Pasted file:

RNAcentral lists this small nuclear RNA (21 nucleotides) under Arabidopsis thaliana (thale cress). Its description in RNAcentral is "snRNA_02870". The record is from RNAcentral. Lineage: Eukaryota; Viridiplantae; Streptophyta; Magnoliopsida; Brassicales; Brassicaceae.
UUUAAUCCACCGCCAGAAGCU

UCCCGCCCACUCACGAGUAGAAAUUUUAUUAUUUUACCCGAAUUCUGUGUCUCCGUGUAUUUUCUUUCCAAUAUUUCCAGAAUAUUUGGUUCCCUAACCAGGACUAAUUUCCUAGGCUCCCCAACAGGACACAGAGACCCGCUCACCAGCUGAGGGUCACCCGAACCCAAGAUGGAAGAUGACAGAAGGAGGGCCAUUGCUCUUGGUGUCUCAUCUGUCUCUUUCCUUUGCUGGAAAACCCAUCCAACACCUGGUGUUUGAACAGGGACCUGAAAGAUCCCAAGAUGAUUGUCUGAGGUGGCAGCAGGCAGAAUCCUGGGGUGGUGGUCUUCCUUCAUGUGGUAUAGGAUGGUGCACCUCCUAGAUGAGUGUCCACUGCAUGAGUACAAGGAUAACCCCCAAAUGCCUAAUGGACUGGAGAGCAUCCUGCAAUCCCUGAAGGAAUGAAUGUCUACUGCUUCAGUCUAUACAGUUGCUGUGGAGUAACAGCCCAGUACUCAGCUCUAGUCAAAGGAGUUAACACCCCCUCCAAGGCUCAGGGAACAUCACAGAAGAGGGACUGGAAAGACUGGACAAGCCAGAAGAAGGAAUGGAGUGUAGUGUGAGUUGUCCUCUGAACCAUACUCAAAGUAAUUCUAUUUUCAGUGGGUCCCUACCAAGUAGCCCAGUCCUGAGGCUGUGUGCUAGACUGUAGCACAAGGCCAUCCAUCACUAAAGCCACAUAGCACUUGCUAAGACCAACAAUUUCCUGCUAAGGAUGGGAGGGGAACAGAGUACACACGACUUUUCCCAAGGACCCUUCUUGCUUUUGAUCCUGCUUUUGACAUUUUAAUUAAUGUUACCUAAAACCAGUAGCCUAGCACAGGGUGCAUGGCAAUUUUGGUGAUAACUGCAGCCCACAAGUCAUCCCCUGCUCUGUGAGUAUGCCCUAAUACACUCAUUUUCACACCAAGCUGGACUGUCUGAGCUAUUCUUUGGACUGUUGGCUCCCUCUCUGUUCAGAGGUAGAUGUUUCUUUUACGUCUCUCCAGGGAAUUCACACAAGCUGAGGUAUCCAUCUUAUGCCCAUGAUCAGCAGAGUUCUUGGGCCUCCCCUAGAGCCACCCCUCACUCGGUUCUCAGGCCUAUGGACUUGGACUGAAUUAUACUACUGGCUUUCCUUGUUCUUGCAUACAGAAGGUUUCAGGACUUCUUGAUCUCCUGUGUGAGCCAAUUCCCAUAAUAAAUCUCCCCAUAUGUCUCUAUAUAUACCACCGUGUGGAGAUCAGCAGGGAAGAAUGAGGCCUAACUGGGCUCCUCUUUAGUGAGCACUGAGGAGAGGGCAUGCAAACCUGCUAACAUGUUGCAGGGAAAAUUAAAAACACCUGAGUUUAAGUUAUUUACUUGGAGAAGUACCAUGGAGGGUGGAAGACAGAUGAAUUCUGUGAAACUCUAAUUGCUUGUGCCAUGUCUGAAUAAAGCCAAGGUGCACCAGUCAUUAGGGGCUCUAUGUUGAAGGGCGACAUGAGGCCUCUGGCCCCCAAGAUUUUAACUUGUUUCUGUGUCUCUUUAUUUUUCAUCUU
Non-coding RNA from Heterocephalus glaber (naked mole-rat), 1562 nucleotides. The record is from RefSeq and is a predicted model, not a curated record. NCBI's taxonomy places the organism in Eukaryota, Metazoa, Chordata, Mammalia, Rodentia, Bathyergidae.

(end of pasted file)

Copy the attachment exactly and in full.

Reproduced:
RNAcentral lists this small nuclear RNA (21 nucleotides) under Arabidopsis thaliana (thale cress). Its description in RNAcentral is "snRNA_02870". The record is from RNAcentral. Lineage: Eukaryota; Viridiplantae; Streptophyta; Magnoliopsida; Brassicales; Brassicaceae.
UUUAAUCCACCGCCAGAAGCU

UCCCGCCCACUCACGAGUAGAAAUUUUAUUAUUUUACCCGAAUUCUGUGUCUCCGUGUAUUUUCUUUCCAAUAUUUCCAGAAUAUUUGGUUCCCUAACCAGGACUAAUUUCCUAGGCUCCCCAACAGGACACAGAGACCCGCUCACCAGCUGAGGGUCACCCGAACCCAAGAUGGAAGAUGACAGAAGGAGGGCCAUUGCUCUUGGUGUCUCAUCUGUCUCUUUCCUUUGCUGGAAAACCCAUCCAACACCUGGUGUUUGAACAGGGACCUGAAAGAUCCCAAGAUGAUUGUCUGAGGUGGCAGCAGGCAGAAUCCUGGGGUGGUGGUCUUCCUUCAUGUGGUAUAGGAUGGUGCACCUCCUAGAUGAGUGUCCACUGCAUGAGUACAAGGAUAACCCCCAAAUGCCUAAUGGACUGGAGAGCAUCCUGCAAUCCCUGAAGGAAUGAAUGUCUACUGCUUCAGUCUAUACAGUUGCUGUGGAGUAACAGCCCAGUACUCAGCUCUAGUCAAAGGAGUUAACACCCCCUCCAAGGCUCAGGGAACAUCACAGAAGAGGGACUGGAAAGACUGGACAAGCCAGAAGAAGGAAUGGAGUGUAGUGUGAGUUGUCCUCUGAACCAUACUCAAAGUAAUUCUAUUUUCAGUGGGUCCCUACCAAGUAGCCCAGUCCUGAGGCUGUGUGCUAGACUGUAGCACAAGGCCAUCCAUCACUAAAGCCACAUAGCACUUGCUAAGACCAACAAUUUCCUGCUAAGGAUGGGAGGGGAACAGAGUACACACGACUUUUCCCAAGGACCCUUCUUGCUUUUGAUCCUGCUUUUGACAUUUUAAUUAAUGUUACCUAAAACCAGUAGCCUAGCACAGGGUGCAUGGCAAUUUUGGUGAUAACUGCAGCCCACAAGUCAUCCCCUGCUCUGUGAGUAUGCCCUAAUACACUCAUUUUCACACCAAGCUGGACUGUCUGAGCUAUUCUUUGGACUGUUGGCUCCCUCUCUGUUCAGAGGUAGAUGUUUCUUUUACGUCUCUCCAGGGAAUUCACACAAGCUGAGGUAUCCAUCUUAUGCCCAUGAUCAGCAGAGUUCUUGGGCCUCCCCUAGAGCCACCCCUCACUCGGUUCUCAGGCCUAUGGACUUGGACUGAAUUAUACUACUGGCUUUCCUUGUUCUUGCAUACAGAAGGUUUCAGGACUUCUUGAUCUCCUGUGUGAGCCAAUUCCCAUAAUAAAUCUCCCCAUAUGUCUCUAUAUAUACCACCGUGUGGAGAUCAGCAGGGAAGAAUGAGGCCUAACUGGGCUCCUCUUUAGUGAGCACUGAGGAGAGGGCAUGCAAACCUGCUAACAUGUUGCAGGGAAAAUUAAAAACACCUGAGUUUAAGUUAUUUACUUGGAGAAGUACCAUGGAGGGUGGAAGACAGAUGAAUUCUGUGAAACUCUAAUUGCUUGUGCCAUGUCUGAAUAAAGCCAAGGUGCACCAGUCAUUAGGGGCUCUAUGUUGAAGGGCGACAUGAGGCCUCUGGCCCCCAAGAUUUUAACUUGUUUCUGUGUCUCUUUAUUUUUCAUCUU
Non-coding RNA from Heterocephalus glaber (naked mole-rat), 1562 nucleotides. The record is from RefSeq and is a predicted model, not a curated record. NCBI's taxonomy places the organism in Eukaryota, Metazoa, Chordata, Mammalia, Rodentia, Bathyergidae.